Conference schedule:

The Online EAMDA International Conference on Neuromuscular Disorders 2021 is a two-day event that will be held on Friday, October 15th and Saturday, October 16th, 2021.

First day will be dedicated to medical topics while the second day is reserved for the social part, with an emphasis on people with NMD and other non-profit organizations. Additionally, there will be satellite symposium organized for experts only.

The final conference programme is now available. Please sign in for newsletters to be promptly notified on news and other conference related activities.


Because NMD is a very complex field and we already consider a holistic approach when dealing with such neuromuscular disorders and due to the fact that people with NMD need a multidisciplinary team to get access to proper care, several diverse topics will be approached, such as:

  • Diagnosis
  • Newborn screening
  • Registries and bio-banking
  • Research
  • Treatment options
  • General care
  • Specific symptomatic care
  • Physiotherapy techniques
  • Rehabilitation
  • Pain management
  • Nutrition
  • Reference networks
  • European connectivity

Short satelite symposium curiculum:

October 15th, 2021 at 17:00 CET

Assoc. Prof. Damjan Osredkar, MD, PhD: Evidence shows that early diagnosis of SMA through newborn screening and early intervention with available disease-modifying drugs lead to better outcomes, compared to later onset treatment or natural history cohorts. However, establishing a newborn screening (NBS) program for SMA is a challenging project. An overview of the current status of NBS around the world will be given and the Slovene path to implementation will be presented.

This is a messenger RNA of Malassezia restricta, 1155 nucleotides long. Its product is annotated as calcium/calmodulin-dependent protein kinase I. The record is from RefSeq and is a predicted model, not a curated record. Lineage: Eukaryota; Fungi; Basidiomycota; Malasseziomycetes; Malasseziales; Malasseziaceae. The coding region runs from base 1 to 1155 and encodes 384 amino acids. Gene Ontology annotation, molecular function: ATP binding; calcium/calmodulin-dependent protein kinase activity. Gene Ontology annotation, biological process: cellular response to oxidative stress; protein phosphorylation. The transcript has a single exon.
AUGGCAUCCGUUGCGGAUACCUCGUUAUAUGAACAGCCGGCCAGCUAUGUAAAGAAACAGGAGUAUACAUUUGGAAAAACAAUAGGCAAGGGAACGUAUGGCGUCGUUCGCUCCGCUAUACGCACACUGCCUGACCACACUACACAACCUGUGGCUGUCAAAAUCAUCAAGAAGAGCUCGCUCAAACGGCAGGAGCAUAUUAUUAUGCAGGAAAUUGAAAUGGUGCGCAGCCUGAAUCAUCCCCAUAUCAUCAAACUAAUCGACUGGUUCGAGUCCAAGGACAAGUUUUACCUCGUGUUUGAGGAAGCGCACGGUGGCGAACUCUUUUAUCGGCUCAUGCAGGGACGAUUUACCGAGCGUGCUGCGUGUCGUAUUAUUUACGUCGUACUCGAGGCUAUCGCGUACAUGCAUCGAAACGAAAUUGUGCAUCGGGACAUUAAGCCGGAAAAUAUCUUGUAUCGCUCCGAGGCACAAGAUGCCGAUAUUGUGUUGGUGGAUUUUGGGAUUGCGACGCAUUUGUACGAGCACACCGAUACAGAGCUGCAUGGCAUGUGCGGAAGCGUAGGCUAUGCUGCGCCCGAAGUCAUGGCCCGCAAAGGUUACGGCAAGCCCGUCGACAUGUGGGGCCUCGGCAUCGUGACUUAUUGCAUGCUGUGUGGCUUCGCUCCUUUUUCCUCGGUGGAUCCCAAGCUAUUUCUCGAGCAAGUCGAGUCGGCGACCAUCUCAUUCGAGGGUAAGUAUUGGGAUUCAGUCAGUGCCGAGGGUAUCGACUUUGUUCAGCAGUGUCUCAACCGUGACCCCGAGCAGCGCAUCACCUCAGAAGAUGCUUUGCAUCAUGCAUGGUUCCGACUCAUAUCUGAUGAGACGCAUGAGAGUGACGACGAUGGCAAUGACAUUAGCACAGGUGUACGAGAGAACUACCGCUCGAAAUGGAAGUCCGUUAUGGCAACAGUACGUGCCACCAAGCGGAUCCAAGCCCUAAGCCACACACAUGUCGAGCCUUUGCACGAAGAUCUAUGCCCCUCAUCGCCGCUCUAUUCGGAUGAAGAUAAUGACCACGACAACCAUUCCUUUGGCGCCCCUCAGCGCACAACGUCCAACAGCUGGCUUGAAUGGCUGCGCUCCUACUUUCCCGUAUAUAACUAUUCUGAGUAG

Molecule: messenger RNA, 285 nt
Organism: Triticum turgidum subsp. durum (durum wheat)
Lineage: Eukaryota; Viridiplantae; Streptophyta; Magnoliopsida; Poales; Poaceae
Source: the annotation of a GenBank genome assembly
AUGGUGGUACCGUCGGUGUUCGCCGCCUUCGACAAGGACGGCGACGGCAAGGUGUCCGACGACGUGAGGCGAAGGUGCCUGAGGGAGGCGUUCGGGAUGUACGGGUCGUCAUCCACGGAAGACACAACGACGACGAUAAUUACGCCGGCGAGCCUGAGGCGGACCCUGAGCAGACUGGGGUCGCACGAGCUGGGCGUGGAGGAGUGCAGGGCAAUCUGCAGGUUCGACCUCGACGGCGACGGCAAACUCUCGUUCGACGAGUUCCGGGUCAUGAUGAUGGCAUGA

Asst. Prof. Urh Groselj, MD, PhD: Timely, ie. presymptomatic identification of the inborn disease, which is frequently possible only by population screening of newborns, is necessary for the prevention of morbidity and mortality of patients. In Slovenia, the program of population biochemical screening of newborns had included two diseases (phenylketonuria and congenital hypothyroidism) for more than 30 years, and in the last two years an additional 17 inborn errors of metabolism were added, detected by tandem mass spectrometry and confirmatory next-generation sequencing genetic diagnostics. This year, we are already planning a second expansion of neonatal screening, to include spinal muscular atrophy, inborn errors of immunity, cystic fibrosis and congenital adrenal hyperplasia, which have not been screened in Slovenia so far. Due to significant technological developments in the last few years, screening for these diseases has become much more accessible and is now justified as a professional standard, and consequently introduced in most EU countries and the USA. Simultaneous diagnosis of these diseases from one sample of dried capillary blood on filter paper is enabled by implementing two additional diagnostic methods (real-time PCR (for spinal muscular atrophy and inborn errors of immunity detection) and autoDELFIA immunological method (for cistic fibrosis and congenital adrenal hyperplasia detection)). Expanding the neonatal screening program for these diseases has also been shown to be cost-effective. Considering the cumulative incidence of these (groups) of diseases, around 15-20 new patients with one of these diseases would be expected in Slovenia annually, but so far they have mostly remained unrecognised or recognised by the usually irreversible clinical manifestation.